Linked with parks in Swaziland and South Africa this reserve, situated south of Maputo, now forms part of the Lumombo Transfrontier Conservation Area. It is a major elephant stronghold but other mammals include duiker, kudu, reedbuck, waterbuck and crocodile. There is a wide variety of birds while the marine fauna includes dolphin, turtle and whales.
Situated along the delta of the Zambezi River, in Sofala Province, this reserve has a huge population of buffalo while the birdlife is extensive. Other wildlife that may be seen includes elephant, lion, leopard, eland, impala, kudu, nyala, reedbuck, wildebeest and wild boar.

Located in Niassa Province, in the far north of the country, this is the largest reserve in Mozambiqe and is home to its largest population of both elephant and wild dog. Lion, leopard, buffalo, giraffe, grey and red duiker, eland, hartebeest, impala, kudu, sable, waterbuck, wildebeest and zebra may also be seen.

Set on the dunes and sandy forests of the Inhambane Province coast, this small 126 sq km reserve is home to grey duiker, impala, steenbuck, wildebeest, wild boar, chacma baboon and grey monkeys. There is also a wide and varied range of bird species.

Diving in the warm, crystal clear Indian Ocean waters of Mozambique and its islands, is a thrilling and rewarding experience. Mozambique is one of the finest diving destinations in the world, with remarkably unspoilt coral reefs and an abundant variety of marine life that all levels of divers can enjoy all year round. Sea temperatures vary between 30°C in summer to 21°C in winter and the structure of the reefs offer pinnacles, overhangs, coral arches and much more. Reef depths vary from 10m to 40m and offer good visibility and fantastic photo opportunities. Not only of the incredible range of coral but of over 6,000 species of fish. The reefs attract a variety of game fish while the coral is home to myriads of brightly coloured smaller fish including schooling banner fish, moorish idols, butterfly fish, blue striped snappers, barred sweetlips, goldies, and trigger fish. Diving is excellent all year-round and a range of exciting and varied diving itineraries can be organised. Barracuda, manta rays, moray eels, sharks, huge schools of kingfish, giant lobsters, and numerous species of reef fish are commonly seen. The whale shark, the largest fish in the world which can reach lengths of up to 14m and weigh up to 15 tons, can be spotted between December and April. Above the waves, dolphin are frequently encountered as are leatherback, loggerhead and green turtle. Humpback whales can be sighted between August and October while the lucky few may get to marvel at the sight of the rare dugong. Most lodges are pleased to welcome all levels of divers and lessons can be arranged for both beginners and intermediates.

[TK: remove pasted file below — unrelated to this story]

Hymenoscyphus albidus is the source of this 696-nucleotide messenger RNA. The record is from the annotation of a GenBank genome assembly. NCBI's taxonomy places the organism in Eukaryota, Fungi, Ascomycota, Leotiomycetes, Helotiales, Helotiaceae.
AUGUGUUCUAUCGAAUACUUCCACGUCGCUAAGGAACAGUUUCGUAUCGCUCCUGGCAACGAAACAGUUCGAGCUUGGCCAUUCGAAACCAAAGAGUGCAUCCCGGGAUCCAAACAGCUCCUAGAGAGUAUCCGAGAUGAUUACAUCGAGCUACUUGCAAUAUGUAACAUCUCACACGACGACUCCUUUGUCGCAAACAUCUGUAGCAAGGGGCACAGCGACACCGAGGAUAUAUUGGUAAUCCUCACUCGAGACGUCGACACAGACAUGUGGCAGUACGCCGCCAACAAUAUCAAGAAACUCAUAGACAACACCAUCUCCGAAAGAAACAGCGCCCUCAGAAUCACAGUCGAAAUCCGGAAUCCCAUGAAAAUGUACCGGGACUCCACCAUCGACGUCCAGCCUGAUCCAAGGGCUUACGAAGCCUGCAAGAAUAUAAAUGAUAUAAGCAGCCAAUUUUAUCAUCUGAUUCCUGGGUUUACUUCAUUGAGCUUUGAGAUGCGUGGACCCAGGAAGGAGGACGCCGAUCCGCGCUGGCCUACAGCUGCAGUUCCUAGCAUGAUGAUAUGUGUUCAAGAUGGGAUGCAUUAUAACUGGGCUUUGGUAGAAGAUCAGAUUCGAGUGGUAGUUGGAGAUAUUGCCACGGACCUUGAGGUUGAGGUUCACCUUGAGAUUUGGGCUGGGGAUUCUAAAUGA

Mozambican is an angler’s paradise which offers world-class rock & surf, salt water fly and game & bill fishing. Deep-sea fishing expeditions along the Mozambican coastline are exceptional with the Bazaruto Archipelago, Inhaca, Nacala, Pemba, Ponto do Ouro, the Quirimbas Islands and Xai Xai considered among the highspots. The Bazaruto Archipelago is, in fact, recognised as one of the best destinations in the world for black marlin. The best months for black marlin are between October and the end of January. Blue and striped marlin are found from September to January, while the main sailfish season runs from the beginning of June until the end of September.